Evaluations have several purposes. The first is to establish performance standards and expectations, provide meaningful feedback on how well the rated Airman is meeting those expectations and direction on how to better meet those established standards and expectations. The second is to provide a reliable, long-term, cumulative record of performance and promotion potential based on that performance. The third is to provide sound information for development of skills and leadership abilities and to assist in identifying the best personnel for advancement through assignments, promotions and other personnel management decisions.
Airman Comprehensive Assessment worksheet
The performance feedback portion of the Airman Comprehensive Assessment continues to be a cornerstone of the Enlisted and Officer Evaluation System, as Officer and Enlisted Performance Reports are based upon the expectations and guidance given in the feedback process. An Airman requires feedback to develop professionally and should receive it regularly through informal means in addition to the required formal ACA sessions. The ACA also serves as a method of motivation. If given frequent and specific ACA sessions, Airman will better understand what is expected and will be motivated to perform better in order to meet and exceed expectations.
When to Give Feedback
A formal feedback session should be held face-to-face. If impractical due to geographical separation or extended temporary duty, conduct the feedback session via telephone.
Within the first 60 days of assignment as a supervisor, the rater must conduct an initial ACA session to discuss the rater’s expectations for the job and standards that will be used to evaluate the performance of the Airman being rated. It is not necessary to provide markings during this initial feedback session.
In addition to the initial feedback, a midterm feedback session is required halfway between the initial feedback and the projected close-out date of the ratee’s next Enlisted/Officer Performance Report (E/OPR). Colonels and chief master sergeants will only receive initial feedbacks and there is no requirement for a midterm feedback while working for the same supervisor who conducted the initial ACA.
Upon acknowledgement of the E/OPR, all Airmen will receive a final feedback session, called “End of Reporting Period Feedback.” Additional sessions may be held at the request of the ratee or as determined necessary by the rater.
The focus on Enlisted Performance Reports should be to document how well Airmen performed their jobs and the qualities Airmen bring to accomplishing the mission, versus to what specific position or billet the Airman is assigned.
EPRs are required to be completed on an annual basis based on grade of the Airman being rated. However, EPRs are no longer required for regular Air Force Airmen in the grade of airman first class and below with less than 36 months' time-in-service or Air Reserve Component Airmen below the grade of senior airman.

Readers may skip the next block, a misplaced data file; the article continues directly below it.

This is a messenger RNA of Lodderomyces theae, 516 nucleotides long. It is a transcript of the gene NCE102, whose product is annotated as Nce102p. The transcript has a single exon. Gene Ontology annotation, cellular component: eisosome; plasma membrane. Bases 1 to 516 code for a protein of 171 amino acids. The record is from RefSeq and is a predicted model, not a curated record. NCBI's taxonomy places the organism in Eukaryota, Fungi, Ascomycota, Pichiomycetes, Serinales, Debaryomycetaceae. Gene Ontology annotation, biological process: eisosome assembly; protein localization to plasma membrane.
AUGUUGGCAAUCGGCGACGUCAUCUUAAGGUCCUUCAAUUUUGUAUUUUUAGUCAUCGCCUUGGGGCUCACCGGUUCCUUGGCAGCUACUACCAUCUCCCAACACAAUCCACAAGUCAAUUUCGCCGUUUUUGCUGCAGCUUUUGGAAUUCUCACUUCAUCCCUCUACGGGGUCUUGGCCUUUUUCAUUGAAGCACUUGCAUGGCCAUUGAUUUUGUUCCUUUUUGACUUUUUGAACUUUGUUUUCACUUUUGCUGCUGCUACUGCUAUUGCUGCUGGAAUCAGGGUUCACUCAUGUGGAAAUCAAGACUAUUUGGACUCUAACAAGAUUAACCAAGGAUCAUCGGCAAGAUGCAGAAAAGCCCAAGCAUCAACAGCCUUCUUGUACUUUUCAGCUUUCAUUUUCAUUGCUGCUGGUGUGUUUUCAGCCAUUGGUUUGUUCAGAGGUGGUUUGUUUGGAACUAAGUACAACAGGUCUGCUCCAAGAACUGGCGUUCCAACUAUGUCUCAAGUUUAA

To be eligible for promotion consideration, all Airmen must have an EPR that closes out on the Static Closeout Date (SCOD). Any Airman without an SCOD EPR updated in the Military Personnel Data System, reflected on their Data Verification Record in the virtual Military Personnel Flight and filed in the Personnel Records Display Application (PRDA) accessible through AFPC SECURE, will not be considered for promotion.
An EPR reflected on an Airman’s DVR does not indicate that it has been made a matter of record in PRDA. All Airmen must verify the EPR close out dates and ratings listed on the DVR with the EPR ratings indicated on the documents filed in PRDA. Failing to verify EPRs will impact your promotion consideration.
EPR Rating Codes listed on Career Data Brief and DVR
Exceeded most, if not all, expectations
Exceeded some, but not all, expectations
Met all expectations
Met some, but not all, expectations
Enlisted Promotion Recommendations
Performance assessment, along with input from supervisors at all levels, is helping identify and promote the Air Force’s top performers. Job performance remains the most important factor when considering Airmen for promotion, and top performers now have the advantage toward promotion they deserve. The system was built to ensure Airmen who received the highest promotion recommendations from their commanders would have a significant advantage, while also ensuring Airmen who received a promote recommendation would remain competitive.
The new evaluation reports include a section for promotion recommendations that curbs inflation through forced distribution and stratification restrictions. Forced distribution and restricted stratification are completed by grade regardless of Air Force Specialty Code. Airmen who are not time-in-grade and time-in-service eligible for promotion on their EPR static closeout date will only receive a performance assessment without a promotion recommendation.